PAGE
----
The Internal Revenue Service has found that changes in Form 8863, Education Credits, are delaying more than 600,000 tax returns, many of which appear to come from H&R Block.
The IRS acknowledged in an email Friday that it revised the form for tax year 2012 “to help taxpayers and tax preparers understand the qualifications for the American Opportunity Tax Credit. Checkboxes for lines 23-26 were added to confirm basic qualifications for taxpayers claiming this credit. If these lines are left blank, there will be a delay in the processing of the taxpayer’s return. To avoid delays, ensure your clients complete Form 8863 correctly.”
The IRS originally warned about the delays last month, telling preparers that they needed to fill out Yes or No in response to certain questions asking whether students had completed four years of post-secondary education before 2012 and whether they had ever been convicted before the end of 2012 of a federal or state felony for possession or distribution of a controlled substance (see IRS Warns of Problems with Education Credit Filings).
With so many changes looming for 2013, it’s easy to forget that there were some significant tweaks to the Tax Code for 2012. Here’s a list of eleven changes to keep in mind before you file your 2012 tax return, due April 15, 2013:
1. Payroll tax credit will still affect self-employed taxpayers. The expiration of the payroll tax credit for 2013 was big news – but don’t forget that the credit was still in place for 2012. While that means nothing for employees subject to withholding (no additional breaks on your federal income tax return since you’ve already received the benefit of the payroll tax credit in your withholding), if you were self-employed you will receive an adjustment on your self-employment (SE) taxes when you file your federal income tax return. Your SE tax will be reduced by 2%; the SE tax rate of 12.4% is reduced to 10.4%.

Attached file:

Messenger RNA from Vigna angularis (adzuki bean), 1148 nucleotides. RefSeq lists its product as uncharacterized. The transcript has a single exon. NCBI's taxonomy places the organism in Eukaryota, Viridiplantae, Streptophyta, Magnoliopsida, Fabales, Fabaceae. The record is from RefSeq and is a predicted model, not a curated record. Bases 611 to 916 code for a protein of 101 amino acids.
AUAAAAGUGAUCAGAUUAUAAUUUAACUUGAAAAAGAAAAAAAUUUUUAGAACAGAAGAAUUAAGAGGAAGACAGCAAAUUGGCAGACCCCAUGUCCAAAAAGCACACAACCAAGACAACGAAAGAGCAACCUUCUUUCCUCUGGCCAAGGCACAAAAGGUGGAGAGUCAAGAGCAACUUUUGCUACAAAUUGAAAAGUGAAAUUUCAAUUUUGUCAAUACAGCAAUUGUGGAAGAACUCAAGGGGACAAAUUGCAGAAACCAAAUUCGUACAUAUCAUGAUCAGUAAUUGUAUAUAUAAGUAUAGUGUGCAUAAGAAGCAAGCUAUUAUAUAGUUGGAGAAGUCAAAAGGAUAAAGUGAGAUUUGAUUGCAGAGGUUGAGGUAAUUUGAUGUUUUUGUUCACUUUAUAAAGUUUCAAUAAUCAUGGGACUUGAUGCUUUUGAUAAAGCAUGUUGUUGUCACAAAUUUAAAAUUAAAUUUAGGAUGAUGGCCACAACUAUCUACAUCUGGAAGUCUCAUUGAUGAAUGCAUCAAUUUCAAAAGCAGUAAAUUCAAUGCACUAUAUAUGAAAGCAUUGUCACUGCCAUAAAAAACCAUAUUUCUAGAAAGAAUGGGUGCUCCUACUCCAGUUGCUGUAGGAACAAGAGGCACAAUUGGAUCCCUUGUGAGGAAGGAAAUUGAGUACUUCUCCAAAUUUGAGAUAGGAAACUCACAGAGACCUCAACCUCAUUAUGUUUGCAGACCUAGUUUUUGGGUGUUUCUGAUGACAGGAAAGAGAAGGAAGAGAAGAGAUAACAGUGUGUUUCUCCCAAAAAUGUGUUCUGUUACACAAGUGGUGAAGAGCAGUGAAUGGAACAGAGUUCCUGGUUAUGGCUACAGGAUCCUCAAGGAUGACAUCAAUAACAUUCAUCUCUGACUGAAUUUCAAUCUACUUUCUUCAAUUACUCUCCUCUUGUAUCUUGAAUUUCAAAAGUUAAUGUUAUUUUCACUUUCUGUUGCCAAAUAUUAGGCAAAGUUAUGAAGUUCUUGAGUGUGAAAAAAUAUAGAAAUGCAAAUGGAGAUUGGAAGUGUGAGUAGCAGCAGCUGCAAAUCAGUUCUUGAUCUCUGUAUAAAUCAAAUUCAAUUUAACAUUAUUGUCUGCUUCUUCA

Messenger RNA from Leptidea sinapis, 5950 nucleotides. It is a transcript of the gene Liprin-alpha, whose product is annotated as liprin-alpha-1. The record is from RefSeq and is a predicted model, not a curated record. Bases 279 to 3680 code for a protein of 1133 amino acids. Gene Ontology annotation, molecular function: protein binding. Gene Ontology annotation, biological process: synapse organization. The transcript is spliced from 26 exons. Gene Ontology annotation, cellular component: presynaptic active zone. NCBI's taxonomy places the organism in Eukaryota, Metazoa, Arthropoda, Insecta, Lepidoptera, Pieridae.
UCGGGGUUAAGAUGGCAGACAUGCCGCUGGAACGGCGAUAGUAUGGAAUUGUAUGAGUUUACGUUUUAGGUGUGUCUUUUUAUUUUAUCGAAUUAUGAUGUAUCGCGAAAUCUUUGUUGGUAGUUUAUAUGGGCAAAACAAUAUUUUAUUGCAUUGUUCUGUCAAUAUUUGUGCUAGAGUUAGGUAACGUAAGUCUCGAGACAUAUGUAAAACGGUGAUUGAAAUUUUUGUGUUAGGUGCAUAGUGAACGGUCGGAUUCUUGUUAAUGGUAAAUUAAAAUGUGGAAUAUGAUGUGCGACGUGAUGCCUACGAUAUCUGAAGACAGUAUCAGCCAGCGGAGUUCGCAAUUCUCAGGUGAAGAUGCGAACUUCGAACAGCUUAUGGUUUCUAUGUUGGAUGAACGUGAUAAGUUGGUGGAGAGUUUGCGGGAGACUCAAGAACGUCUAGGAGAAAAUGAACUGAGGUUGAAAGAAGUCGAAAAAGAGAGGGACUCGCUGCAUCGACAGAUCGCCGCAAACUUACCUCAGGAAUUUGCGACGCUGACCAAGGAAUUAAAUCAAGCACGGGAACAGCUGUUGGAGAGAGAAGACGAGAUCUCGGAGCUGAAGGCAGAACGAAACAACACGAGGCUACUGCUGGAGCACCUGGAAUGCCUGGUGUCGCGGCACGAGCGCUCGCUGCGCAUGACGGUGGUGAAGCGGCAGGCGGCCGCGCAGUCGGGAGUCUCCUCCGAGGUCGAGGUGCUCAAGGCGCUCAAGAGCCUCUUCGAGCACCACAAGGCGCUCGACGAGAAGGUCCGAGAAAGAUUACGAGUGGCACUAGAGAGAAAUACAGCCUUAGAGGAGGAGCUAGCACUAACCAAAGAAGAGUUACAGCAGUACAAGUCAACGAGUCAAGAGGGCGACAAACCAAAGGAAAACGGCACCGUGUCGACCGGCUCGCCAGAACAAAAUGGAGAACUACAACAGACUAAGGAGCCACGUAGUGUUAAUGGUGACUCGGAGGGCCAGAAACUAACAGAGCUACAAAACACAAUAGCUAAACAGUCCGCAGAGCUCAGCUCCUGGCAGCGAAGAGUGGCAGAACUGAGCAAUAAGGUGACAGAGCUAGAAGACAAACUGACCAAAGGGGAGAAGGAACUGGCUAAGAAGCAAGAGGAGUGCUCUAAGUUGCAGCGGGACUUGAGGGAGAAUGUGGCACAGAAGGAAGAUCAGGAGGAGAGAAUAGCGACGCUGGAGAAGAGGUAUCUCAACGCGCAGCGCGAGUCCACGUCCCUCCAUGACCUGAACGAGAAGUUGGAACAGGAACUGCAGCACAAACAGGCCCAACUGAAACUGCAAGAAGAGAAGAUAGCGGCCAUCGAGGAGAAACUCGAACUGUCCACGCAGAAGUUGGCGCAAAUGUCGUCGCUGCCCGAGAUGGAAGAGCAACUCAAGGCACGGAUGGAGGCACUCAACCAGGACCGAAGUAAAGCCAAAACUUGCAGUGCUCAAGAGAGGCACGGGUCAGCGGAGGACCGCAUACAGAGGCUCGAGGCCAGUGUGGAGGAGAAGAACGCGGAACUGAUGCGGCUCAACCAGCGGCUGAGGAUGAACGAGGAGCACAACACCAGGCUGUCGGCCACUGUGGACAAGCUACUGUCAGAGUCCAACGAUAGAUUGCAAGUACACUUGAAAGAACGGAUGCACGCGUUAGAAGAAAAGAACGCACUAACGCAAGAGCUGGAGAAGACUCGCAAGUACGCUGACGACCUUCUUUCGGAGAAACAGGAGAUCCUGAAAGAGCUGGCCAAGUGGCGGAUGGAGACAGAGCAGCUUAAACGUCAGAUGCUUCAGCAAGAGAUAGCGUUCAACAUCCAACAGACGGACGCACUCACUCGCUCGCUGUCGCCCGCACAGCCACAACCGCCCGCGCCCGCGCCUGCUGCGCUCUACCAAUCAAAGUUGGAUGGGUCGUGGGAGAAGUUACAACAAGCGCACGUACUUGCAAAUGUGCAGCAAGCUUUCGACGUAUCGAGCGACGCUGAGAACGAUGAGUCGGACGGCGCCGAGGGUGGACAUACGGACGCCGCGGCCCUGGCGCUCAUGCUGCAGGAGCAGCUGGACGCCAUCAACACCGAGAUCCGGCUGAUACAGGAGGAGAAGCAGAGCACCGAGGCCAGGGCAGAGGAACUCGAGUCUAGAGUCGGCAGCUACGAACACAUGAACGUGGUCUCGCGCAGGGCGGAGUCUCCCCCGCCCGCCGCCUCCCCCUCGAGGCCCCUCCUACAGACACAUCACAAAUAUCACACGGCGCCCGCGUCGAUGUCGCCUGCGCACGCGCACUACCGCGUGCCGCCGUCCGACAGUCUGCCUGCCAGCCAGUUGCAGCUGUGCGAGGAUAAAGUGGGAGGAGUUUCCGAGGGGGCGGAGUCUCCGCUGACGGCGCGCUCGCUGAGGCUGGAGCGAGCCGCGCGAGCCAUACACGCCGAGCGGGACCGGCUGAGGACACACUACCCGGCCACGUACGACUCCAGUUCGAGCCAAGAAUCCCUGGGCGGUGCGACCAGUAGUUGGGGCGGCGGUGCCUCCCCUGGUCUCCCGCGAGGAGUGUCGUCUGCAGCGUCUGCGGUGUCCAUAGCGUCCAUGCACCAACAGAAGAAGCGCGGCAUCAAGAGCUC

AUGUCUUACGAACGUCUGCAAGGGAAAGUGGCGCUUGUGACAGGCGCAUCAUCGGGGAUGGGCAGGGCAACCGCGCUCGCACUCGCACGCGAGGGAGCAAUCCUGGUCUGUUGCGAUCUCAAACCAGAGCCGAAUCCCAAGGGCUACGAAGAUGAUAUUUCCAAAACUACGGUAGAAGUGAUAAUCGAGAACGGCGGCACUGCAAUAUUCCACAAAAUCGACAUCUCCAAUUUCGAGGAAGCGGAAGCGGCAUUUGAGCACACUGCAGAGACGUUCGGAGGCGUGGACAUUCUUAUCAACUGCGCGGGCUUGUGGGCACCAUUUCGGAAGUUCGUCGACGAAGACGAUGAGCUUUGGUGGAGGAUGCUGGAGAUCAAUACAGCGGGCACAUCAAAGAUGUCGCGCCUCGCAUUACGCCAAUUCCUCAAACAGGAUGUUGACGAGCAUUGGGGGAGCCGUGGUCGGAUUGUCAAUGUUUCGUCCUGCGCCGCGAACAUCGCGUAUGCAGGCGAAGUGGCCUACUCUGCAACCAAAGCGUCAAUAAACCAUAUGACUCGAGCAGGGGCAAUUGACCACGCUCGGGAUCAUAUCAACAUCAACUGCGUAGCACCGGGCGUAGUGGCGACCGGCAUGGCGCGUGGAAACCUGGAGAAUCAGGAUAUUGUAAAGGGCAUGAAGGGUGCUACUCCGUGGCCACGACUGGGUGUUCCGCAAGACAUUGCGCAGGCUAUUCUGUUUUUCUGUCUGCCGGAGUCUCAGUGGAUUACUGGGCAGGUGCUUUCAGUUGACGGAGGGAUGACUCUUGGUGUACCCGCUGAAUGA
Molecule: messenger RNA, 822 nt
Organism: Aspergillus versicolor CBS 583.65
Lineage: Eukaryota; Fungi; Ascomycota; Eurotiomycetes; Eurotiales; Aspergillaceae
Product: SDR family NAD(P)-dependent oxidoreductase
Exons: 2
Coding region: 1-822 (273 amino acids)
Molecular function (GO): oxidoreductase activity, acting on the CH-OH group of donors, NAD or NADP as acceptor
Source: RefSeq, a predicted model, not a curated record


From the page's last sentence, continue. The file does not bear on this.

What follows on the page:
2. Forms W-2 have more information this year. Under the Affordable Health Care Act, most employers are required to report the value of health care benefits received by an employee on a 2012 federal form W-2 (a few small businesses are still exempt from reporting under the transitional relief offered by IRS). The amount will be reported in box 12 with Code DD and should include both the portion paid by the employer as well as any amount paid in by an employee. Even though it appears on a W-2, this amount remains federal income tax free for 2012.